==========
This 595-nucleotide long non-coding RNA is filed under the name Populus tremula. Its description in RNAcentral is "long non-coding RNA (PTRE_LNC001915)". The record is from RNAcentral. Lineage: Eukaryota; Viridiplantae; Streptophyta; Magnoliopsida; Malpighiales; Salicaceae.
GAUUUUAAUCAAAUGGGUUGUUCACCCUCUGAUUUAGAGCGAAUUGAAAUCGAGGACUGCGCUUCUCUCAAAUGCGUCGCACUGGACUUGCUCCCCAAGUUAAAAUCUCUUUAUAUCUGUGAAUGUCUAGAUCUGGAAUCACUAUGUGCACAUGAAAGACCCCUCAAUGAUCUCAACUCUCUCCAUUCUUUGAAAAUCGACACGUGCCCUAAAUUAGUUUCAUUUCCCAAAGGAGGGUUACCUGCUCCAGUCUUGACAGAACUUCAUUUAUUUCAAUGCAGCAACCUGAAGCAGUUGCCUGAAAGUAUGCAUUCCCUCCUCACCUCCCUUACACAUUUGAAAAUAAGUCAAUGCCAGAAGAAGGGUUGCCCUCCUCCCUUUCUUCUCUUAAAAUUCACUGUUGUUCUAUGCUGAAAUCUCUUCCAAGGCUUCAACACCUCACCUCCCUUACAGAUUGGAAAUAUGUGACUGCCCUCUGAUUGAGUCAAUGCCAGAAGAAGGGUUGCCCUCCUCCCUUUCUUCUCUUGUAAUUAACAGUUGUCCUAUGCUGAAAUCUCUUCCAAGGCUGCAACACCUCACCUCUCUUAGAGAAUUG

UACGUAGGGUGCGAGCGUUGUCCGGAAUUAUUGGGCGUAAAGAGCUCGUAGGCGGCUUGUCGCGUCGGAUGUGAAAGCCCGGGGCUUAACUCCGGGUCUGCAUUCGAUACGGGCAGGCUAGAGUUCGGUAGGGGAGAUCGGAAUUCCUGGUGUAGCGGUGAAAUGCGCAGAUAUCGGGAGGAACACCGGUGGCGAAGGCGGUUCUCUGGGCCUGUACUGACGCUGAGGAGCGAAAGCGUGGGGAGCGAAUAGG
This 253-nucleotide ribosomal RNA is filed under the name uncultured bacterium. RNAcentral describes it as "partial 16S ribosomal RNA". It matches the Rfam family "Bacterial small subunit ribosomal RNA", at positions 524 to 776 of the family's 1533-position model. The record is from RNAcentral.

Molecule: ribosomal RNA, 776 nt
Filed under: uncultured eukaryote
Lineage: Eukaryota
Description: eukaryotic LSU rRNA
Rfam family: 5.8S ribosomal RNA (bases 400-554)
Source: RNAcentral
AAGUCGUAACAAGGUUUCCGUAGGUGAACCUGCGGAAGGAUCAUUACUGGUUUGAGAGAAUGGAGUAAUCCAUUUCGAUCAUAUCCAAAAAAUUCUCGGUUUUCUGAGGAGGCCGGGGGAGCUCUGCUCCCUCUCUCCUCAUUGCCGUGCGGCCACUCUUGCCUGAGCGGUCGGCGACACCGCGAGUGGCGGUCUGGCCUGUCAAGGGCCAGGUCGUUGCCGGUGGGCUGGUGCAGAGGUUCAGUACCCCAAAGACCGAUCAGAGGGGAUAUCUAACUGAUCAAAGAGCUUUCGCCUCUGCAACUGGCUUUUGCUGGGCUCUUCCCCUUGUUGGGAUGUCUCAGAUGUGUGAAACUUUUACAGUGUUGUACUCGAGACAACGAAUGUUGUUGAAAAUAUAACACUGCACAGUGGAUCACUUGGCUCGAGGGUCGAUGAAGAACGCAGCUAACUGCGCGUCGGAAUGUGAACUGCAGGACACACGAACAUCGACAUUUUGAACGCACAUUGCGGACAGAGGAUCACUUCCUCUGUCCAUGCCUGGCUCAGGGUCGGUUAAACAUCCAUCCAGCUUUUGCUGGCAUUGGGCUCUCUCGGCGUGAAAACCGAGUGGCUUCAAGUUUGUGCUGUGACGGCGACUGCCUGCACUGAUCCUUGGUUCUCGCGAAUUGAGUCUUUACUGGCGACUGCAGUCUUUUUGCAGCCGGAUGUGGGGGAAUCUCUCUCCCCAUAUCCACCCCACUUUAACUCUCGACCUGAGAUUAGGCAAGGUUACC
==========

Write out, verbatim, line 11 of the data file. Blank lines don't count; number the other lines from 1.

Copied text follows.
AAGUCGUAACAAGGUUUCCGUAGGUGAACCUGCGGAAGGAUCAUUACUGGUUUGAGAGAAUGGAGUAAUCCAUUUCGAUCAUAUCCAAAAAAUUCUCGGUUUUCUGAGGAGGCCGGGGGAGCUCUGCUCCCUCUCUCCUCAUUGCCGUGCGGCCACUCUUGCCUGAGCGGUCGGCGACACCGCGAGUGGCGGUCUGGCCUGUCAAGGGCCAGGUCGUUGCCGGUGGGCUGGUGCAGAGGUUCAGUACCCCAAAGACCGAUCAGAGGGGAUAUCUAACUGAUCAAAGAGCUUUCGCCUCUGCAACUGGCUUUUGCUGGGCUCUUCCCCUUGUUGGGAUGUCUCAGAUGUGUGAAACUUUUACAGUGUUGUACUCGAGACAACGAAUGUUGUUGAAAAUAUAACACUGCACAGUGGAUCACUUGGCUCGAGGGUCGAUGAAGAACGCAGCUAACUGCGCGUCGGAAUGUGAACUGCAGGACACACGAACAUCGACAUUUUGAACGCACAUUGCGGACAGAGGAUCACUUCCUCUGUCCAUGCCUGGCUCAGGGUCGGUUAAACAUCCAUCCAGCUUUUGCUGGCAUUGGGCUCUCUCGGCGUGAAAACCGAGUGGCUUCAAGUUUGUGCUGUGACGGCGACUGCCUGCACUGAUCCUUGGUUCUCGCGAAUUGAGUCUUUACUGGCGACUGCAGUCUUUUUGCAGCCGGAUGUGGGGGAAUCUCUCUCCCCAUAUCCACCCCACUUUAACUCUCGACCUGAGAUUAGGCAAGGUUACC